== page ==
We are trying to be faithful Christians and put into practice what Jesus says.

And, here is the good news I discovered in these commands to “go and do likewise.”

Jesus is NEVER angry at ordinary people who doing the best they can to live out their faith.

He never shames them.

He never scolds them.

He invites them! But he doesn’t get mad at them for where they currently are in their journey of faith.

He is never upset with someone if they aren’t ready to do it. Jesus simply sends them on their way. Maybe another day, in a different sermon, they’ll be ready.

 

In our United Methodist tradition, we call this “going on to perfection.” Discipleship is a lifelong journey and you are wherever you are today without any judgment.

We are called to be like Jesus, and we fully acknowledge and admit that we aren’t there yet!

And why would we be? Jesus is divine! The Son of Man AND Son of God. The standards are the very KINGDOM OF GOD!

We are mere mortals, trying to live up to the standards of the divine.

There is a quote by Barbra Brown Taylor in her book, “The Preaching Life” that has always stuck with me:

Over and over, my disappointments draw me deeper into the mystery of God’s being and doing. Every time God declines to meet my expectations, another of my idols is exposed. Another curtain is drawn back so I can see what I have propped up in God’s place – no, that is not God, so who is God?

It is the question of a lifetime, and the answers are never big enough or finished. Pushing past curtain after curtain, it becomes clear that the failure is not God’s but my own, for having such a poor and stingy imagination. God is greater than my imagination, wiser than my wisdom, more dazzling than the universe, as present as the air I breathe, and utterly beyond my control. (p. 10)

Every day, when we read the gospels, we pull back the curtain, as Barbara Brown Taylor writes, and we discover that we aren’t Jesus yet… we still have a ways to go!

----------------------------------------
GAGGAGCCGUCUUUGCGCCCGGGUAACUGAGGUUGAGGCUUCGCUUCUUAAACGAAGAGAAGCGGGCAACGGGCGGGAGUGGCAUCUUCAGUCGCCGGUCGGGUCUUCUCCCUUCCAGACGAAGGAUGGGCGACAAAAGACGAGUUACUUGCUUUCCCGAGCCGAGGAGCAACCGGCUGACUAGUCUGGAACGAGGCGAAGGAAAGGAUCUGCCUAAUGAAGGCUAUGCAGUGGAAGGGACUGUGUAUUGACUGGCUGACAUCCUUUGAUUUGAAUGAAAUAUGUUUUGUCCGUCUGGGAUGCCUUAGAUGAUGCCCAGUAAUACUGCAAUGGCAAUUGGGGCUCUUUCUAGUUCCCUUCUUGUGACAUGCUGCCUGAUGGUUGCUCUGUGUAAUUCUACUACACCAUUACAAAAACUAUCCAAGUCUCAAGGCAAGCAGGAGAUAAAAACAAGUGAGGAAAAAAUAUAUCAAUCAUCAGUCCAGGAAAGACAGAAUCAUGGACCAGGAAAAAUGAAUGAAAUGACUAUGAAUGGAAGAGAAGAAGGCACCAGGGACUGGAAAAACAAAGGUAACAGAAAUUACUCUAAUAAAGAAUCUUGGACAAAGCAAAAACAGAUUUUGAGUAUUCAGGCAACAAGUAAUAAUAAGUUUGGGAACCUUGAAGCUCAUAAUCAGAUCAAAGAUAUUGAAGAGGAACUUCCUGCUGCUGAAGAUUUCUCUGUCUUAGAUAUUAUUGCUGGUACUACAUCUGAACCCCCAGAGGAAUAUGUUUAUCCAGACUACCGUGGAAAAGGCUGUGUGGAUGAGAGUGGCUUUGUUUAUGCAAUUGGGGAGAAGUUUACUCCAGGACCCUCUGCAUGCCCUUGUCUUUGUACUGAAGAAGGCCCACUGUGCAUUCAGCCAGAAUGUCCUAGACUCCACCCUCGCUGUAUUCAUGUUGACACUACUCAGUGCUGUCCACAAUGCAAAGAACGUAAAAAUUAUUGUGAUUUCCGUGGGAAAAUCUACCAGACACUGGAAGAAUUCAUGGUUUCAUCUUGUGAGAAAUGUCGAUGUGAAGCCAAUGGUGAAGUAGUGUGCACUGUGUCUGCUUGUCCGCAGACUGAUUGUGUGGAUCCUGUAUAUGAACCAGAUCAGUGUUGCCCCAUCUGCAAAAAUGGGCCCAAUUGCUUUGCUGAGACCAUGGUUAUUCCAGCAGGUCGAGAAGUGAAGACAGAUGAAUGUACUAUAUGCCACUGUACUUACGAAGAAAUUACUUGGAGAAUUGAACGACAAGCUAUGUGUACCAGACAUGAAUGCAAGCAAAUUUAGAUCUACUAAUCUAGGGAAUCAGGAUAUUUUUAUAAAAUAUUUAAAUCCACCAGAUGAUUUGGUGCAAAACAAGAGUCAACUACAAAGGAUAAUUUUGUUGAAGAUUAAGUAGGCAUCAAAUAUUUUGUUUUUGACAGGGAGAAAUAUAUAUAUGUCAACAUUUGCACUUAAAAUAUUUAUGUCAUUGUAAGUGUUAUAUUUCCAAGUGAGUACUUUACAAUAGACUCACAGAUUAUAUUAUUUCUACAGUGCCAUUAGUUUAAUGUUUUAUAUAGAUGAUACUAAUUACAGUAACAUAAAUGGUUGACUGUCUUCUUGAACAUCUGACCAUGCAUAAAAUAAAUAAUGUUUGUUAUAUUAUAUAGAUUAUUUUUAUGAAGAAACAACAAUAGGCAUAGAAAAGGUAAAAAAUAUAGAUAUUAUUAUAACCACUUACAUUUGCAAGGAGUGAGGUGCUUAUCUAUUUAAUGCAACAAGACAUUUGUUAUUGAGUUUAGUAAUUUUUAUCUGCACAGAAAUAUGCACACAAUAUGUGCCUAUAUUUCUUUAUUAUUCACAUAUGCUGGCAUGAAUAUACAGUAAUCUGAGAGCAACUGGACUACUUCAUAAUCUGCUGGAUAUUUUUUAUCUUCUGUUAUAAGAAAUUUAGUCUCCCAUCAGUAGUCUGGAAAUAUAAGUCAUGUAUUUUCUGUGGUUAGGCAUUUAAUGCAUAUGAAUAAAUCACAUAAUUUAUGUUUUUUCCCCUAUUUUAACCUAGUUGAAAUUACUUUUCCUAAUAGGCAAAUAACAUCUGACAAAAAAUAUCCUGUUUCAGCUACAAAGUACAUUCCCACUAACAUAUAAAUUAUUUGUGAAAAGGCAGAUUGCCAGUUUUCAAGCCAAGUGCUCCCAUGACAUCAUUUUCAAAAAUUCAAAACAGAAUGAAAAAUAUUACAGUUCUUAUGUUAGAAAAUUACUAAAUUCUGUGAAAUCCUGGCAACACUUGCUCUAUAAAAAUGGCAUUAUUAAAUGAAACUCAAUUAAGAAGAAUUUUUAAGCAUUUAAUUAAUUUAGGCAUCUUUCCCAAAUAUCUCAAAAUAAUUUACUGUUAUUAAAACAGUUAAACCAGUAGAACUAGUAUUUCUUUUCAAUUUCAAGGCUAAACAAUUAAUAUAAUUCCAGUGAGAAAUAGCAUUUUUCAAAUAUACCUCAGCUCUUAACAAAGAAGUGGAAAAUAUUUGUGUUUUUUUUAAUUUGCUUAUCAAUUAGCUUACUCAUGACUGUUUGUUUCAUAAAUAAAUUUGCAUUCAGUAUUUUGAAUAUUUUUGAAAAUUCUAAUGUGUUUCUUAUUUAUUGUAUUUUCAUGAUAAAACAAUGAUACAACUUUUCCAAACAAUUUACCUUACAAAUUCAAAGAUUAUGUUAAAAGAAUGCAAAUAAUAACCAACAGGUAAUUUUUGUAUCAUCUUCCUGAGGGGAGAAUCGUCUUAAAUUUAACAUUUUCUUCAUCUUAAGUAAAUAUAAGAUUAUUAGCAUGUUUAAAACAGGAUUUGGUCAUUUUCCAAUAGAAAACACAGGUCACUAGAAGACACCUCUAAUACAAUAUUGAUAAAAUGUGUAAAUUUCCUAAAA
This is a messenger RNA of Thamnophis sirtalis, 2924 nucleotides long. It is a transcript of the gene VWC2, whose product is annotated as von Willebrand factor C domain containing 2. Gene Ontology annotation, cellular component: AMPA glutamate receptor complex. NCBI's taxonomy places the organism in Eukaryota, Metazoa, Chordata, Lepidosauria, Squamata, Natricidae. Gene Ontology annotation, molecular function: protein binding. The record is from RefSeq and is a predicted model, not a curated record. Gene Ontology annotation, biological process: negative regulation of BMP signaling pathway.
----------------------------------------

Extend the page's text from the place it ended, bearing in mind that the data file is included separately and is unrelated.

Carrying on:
We still have discoveries to make about what it means to be a faithful Christian.

But here is the beautiful and amazing thing about “going on to perfection”…

Every day, we also have an opportunity to grow more faithful.

Every day, we also have a chance to be more loving.

Every day, we also get to be a better Christian than yesterday.

 

The words of Jesus are NOT easy. The standards he sets for us are incredibly high! You know, Kingdom of God level!

But even in the midst of those Kingdom standards and Jesus’ never ending call for us to respond accordingly, there is grace upon grace upon grace.

One of my favorite lines in the chapter for this week from Mike Slaughter was this:

Although Jesus always called his followers to enter the small gate and take the narrow road to the Kingdom, he repeatedly taught mercy and relationship over rigidity and judgment. (p. 28)

And he points to Peter as the prime example.

You know Peter… the disciple who constantly questioned Jesus motives and got it wrong.

You know, Peter… the one who fell asleep in the garden.

You know, Peter… the one who denied Jesus three times when he needed him the most?

Jesus has ridiculously high standards. But when we don’t meet them… when we fail… and we will… Jesus keeps welcoming us back.

Keeps loving us.

Keeps showing mercy and love.

Keeps pouring God’s sanctifying, perfecting grace into our lives so tomorrow we can pick ourselves up and dust ourselves off and try it again.

There is life and power and love and grace and mercy in the red-letter words of Jesus.

Jesus is constantly pushing our world through these words to rebel against what is… in light of what could be.

Jesus is asking us to examine ourselves, our church, our world, and to ask:

Can we be greater tomorrow than we are today?

Can we be more like Christ tomorrow than we were today?

Can this world look more like heaven tomorrow than it does today?

Yes. Yes. Yes. Always.

Thanks be to God.